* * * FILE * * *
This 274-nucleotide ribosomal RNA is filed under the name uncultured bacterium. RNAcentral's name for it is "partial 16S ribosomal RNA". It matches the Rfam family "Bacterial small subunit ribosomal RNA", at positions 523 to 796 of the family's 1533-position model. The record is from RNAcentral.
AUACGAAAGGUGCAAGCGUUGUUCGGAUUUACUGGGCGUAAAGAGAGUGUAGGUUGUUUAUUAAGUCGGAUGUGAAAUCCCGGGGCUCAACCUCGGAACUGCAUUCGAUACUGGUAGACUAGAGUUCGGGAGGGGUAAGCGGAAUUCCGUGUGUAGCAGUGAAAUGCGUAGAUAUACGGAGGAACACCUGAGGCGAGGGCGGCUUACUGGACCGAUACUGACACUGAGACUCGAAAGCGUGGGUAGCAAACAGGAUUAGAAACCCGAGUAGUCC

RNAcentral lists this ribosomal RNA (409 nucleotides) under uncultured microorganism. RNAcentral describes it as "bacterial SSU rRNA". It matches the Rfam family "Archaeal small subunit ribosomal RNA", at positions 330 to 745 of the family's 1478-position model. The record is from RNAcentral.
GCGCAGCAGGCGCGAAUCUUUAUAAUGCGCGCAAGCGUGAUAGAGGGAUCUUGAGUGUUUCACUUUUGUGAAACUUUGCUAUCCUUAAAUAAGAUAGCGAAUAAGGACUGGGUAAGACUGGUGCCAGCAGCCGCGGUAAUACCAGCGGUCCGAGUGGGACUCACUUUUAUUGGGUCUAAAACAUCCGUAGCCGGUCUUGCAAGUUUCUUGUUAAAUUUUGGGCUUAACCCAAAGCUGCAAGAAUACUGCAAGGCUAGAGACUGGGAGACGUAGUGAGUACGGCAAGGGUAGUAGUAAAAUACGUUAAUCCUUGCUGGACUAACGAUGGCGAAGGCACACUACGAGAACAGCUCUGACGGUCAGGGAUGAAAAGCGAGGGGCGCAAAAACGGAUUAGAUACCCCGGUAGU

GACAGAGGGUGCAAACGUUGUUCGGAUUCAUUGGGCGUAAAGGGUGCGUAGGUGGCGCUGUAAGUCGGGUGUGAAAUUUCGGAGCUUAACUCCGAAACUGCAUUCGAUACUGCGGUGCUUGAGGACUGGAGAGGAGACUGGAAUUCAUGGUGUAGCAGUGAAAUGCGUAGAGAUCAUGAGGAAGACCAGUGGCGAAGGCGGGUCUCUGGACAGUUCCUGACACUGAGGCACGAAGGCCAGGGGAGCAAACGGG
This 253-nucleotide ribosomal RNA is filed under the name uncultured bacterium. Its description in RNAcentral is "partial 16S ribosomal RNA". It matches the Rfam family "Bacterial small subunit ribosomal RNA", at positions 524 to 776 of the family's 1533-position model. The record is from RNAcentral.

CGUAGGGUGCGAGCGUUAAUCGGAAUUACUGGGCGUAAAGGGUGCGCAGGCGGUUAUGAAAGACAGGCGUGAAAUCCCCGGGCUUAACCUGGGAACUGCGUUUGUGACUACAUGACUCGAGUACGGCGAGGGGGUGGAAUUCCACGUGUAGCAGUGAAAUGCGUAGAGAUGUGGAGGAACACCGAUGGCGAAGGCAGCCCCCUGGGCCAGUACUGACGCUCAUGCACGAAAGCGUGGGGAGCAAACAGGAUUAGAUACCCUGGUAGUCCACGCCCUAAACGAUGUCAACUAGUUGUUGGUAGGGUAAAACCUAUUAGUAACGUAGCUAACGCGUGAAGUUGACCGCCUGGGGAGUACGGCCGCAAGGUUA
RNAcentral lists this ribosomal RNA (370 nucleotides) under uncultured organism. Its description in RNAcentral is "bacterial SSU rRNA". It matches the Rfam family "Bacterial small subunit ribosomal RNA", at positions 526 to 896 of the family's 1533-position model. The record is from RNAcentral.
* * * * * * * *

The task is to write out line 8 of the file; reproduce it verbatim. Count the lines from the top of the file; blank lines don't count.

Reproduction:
RNAcentral lists this ribosomal RNA (370 nucleotides) under uncultured organism. Its description in RNAcentral is "bacterial SSU rRNA". It matches the Rfam family "Bacterial small subunit ribosomal RNA", at positions 526 to 896 of the family's 1533-position model. The record is from RNAcentral.